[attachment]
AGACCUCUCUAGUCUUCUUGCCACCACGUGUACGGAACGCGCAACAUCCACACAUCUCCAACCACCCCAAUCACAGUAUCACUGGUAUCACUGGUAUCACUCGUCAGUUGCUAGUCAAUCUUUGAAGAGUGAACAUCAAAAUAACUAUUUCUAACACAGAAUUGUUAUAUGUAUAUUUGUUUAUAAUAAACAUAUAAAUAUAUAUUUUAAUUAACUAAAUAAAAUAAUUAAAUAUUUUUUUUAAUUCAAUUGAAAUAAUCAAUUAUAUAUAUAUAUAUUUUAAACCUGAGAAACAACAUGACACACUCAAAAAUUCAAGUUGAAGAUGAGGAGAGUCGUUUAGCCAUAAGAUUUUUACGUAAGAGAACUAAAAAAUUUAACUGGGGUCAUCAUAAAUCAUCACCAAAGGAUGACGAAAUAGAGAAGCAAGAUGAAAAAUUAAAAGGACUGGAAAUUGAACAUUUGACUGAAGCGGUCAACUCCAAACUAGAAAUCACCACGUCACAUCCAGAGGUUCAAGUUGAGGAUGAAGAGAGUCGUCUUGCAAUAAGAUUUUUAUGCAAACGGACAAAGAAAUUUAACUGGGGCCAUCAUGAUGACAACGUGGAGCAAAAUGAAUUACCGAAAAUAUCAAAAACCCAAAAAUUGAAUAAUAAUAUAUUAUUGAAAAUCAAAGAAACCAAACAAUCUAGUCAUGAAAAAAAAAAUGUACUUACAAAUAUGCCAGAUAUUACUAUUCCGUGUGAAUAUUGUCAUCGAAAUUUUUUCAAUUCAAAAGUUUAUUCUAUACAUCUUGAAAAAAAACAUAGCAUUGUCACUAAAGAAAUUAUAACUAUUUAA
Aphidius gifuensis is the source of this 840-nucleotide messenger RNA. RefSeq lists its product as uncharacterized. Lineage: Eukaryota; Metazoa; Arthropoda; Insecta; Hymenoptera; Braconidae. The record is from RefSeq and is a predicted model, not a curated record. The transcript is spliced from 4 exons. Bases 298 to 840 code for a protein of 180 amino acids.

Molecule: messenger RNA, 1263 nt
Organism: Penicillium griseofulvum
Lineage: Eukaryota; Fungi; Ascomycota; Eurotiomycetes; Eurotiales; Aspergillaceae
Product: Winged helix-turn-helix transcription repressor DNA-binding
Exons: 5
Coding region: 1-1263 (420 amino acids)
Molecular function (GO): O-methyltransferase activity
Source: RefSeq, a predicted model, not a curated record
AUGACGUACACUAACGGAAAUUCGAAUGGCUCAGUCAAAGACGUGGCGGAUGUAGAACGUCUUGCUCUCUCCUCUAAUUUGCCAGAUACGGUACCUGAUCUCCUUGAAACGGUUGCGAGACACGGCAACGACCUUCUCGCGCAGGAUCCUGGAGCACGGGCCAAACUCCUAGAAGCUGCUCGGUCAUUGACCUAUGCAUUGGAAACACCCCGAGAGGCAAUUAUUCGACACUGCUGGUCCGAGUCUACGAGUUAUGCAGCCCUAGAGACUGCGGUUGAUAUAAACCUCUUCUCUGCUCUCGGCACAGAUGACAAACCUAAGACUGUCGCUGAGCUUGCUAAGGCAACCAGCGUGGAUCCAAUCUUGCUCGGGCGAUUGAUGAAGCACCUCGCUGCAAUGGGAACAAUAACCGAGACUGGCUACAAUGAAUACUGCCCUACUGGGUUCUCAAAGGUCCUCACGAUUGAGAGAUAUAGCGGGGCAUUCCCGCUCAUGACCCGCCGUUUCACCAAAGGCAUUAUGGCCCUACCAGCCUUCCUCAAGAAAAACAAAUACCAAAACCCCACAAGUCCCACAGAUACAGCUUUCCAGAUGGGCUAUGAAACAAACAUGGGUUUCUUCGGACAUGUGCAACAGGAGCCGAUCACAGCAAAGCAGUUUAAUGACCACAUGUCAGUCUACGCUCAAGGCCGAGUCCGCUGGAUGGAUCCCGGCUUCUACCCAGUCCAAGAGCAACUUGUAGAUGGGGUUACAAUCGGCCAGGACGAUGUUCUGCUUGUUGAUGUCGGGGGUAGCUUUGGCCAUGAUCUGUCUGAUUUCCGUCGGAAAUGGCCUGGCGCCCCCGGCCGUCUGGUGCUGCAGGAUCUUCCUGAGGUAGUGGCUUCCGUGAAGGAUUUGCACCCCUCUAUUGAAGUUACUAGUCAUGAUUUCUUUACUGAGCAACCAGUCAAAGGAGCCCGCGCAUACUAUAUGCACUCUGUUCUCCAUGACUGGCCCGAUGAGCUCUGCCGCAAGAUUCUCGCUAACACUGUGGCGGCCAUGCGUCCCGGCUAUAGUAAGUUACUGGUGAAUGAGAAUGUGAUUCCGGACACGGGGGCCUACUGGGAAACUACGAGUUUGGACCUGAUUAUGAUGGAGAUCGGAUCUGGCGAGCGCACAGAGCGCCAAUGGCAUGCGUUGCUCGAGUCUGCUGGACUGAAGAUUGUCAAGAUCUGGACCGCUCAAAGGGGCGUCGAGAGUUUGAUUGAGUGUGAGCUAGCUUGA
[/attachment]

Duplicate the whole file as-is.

AGACCUCUCUAGUCUUCUUGCCACCACGUGUACGGAACGCGCAACAUCCACACAUCUCCAACCACCCCAAUCACAGUAUCACUGGUAUCACUGGUAUCACUCGUCAGUUGCUAGUCAAUCUUUGAAGAGUGAACAUCAAAAUAACUAUUUCUAACACAGAAUUGUUAUAUGUAUAUUUGUUUAUAAUAAACAUAUAAAUAUAUAUUUUAAUUAACUAAAUAAAAUAAUUAAAUAUUUUUUUUAAUUCAAUUGAAAUAAUCAAUUAUAUAUAUAUAUAUUUUAAACCUGAGAAACAACAUGACACACUCAAAAAUUCAAGUUGAAGAUGAGGAGAGUCGUUUAGCCAUAAGAUUUUUACGUAAGAGAACUAAAAAAUUUAACUGGGGUCAUCAUAAAUCAUCACCAAAGGAUGACGAAAUAGAGAAGCAAGAUGAAAAAUUAAAAGGACUGGAAAUUGAACAUUUGACUGAAGCGGUCAACUCCAAACUAGAAAUCACCACGUCACAUCCAGAGGUUCAAGUUGAGGAUGAAGAGAGUCGUCUUGCAAUAAGAUUUUUAUGCAAACGGACAAAGAAAUUUAACUGGGGCCAUCAUGAUGACAACGUGGAGCAAAAUGAAUUACCGAAAAUAUCAAAAACCCAAAAAUUGAAUAAUAAUAUAUUAUUGAAAAUCAAAGAAACCAAACAAUCUAGUCAUGAAAAAAAAAAUGUACUUACAAAUAUGCCAGAUAUUACUAUUCCGUGUGAAUAUUGUCAUCGAAAUUUUUUCAAUUCAAAAGUUUAUUCUAUACAUCUUGAAAAAAAACAUAGCAUUGUCACUAAAGAAAUUAUAACUAUUUAA
Aphidius gifuensis is the source of this 840-nucleotide messenger RNA. RefSeq lists its product as uncharacterized. Lineage: Eukaryota; Metazoa; Arthropoda; Insecta; Hymenoptera; Braconidae. The record is from RefSeq and is a predicted model, not a curated record. The transcript is spliced from 4 exons. Bases 298 to 840 code for a protein of 180 amino acids.

Molecule: messenger RNA, 1263 nt
Organism: Penicillium griseofulvum
Lineage: Eukaryota; Fungi; Ascomycota; Eurotiomycetes; Eurotiales; Aspergillaceae
Product: Winged helix-turn-helix transcription repressor DNA-binding
Exons: 5
Coding region: 1-1263 (420 amino acids)
Molecular function (GO): O-methyltransferase activity
Source: RefSeq, a predicted model, not a curated record
AUGACGUACACUAACGGAAAUUCGAAUGGCUCAGUCAAAGACGUGGCGGAUGUAGAACGUCUUGCUCUCUCCUCUAAUUUGCCAGAUACGGUACCUGAUCUCCUUGAAACGGUUGCGAGACACGGCAACGACCUUCUCGCGCAGGAUCCUGGAGCACGGGCCAAACUCCUAGAAGCUGCUCGGUCAUUGACCUAUGCAUUGGAAACACCCCGAGAGGCAAUUAUUCGACACUGCUGGUCCGAGUCUACGAGUUAUGCAGCCCUAGAGACUGCGGUUGAUAUAAACCUCUUCUCUGCUCUCGGCACAGAUGACAAACCUAAGACUGUCGCUGAGCUUGCUAAGGCAACCAGCGUGGAUCCAAUCUUGCUCGGGCGAUUGAUGAAGCACCUCGCUGCAAUGGGAACAAUAACCGAGACUGGCUACAAUGAAUACUGCCCUACUGGGUUCUCAAAGGUCCUCACGAUUGAGAGAUAUAGCGGGGCAUUCCCGCUCAUGACCCGCCGUUUCACCAAAGGCAUUAUGGCCCUACCAGCCUUCCUCAAGAAAAACAAAUACCAAAACCCCACAAGUCCCACAGAUACAGCUUUCCAGAUGGGCUAUGAAACAAACAUGGGUUUCUUCGGACAUGUGCAACAGGAGCCGAUCACAGCAAAGCAGUUUAAUGACCACAUGUCAGUCUACGCUCAAGGCCGAGUCCGCUGGAUGGAUCCCGGCUUCUACCCAGUCCAAGAGCAACUUGUAGAUGGGGUUACAAUCGGCCAGGACGAUGUUCUGCUUGUUGAUGUCGGGGGUAGCUUUGGCCAUGAUCUGUCUGAUUUCCGUCGGAAAUGGCCUGGCGCCCCCGGCCGUCUGGUGCUGCAGGAUCUUCCUGAGGUAGUGGCUUCCGUGAAGGAUUUGCACCCCUCUAUUGAAGUUACUAGUCAUGAUUUCUUUACUGAGCAACCAGUCAAAGGAGCCCGCGCAUACUAUAUGCACUCUGUUCUCCAUGACUGGCCCGAUGAGCUCUGCCGCAAGAUUCUCGCUAACACUGUGGCGGCCAUGCGUCCCGGCUAUAGUAAGUUACUGGUGAAUGAGAAUGUGAUUCCGGACACGGGGGCCUACUGGGAAACUACGAGUUUGGACCUGAUUAUGAUGGAGAUCGGAUCUGGCGAGCGCACAGAGCGCCAAUGGCAUGCGUUGCUCGAGUCUGCUGGACUGAAGAUUGUCAAGAUCUGGACCGCUCAAAGGGGCGUCGAGAGUUUGAUUGAGUGUGAGCUAGCUUGA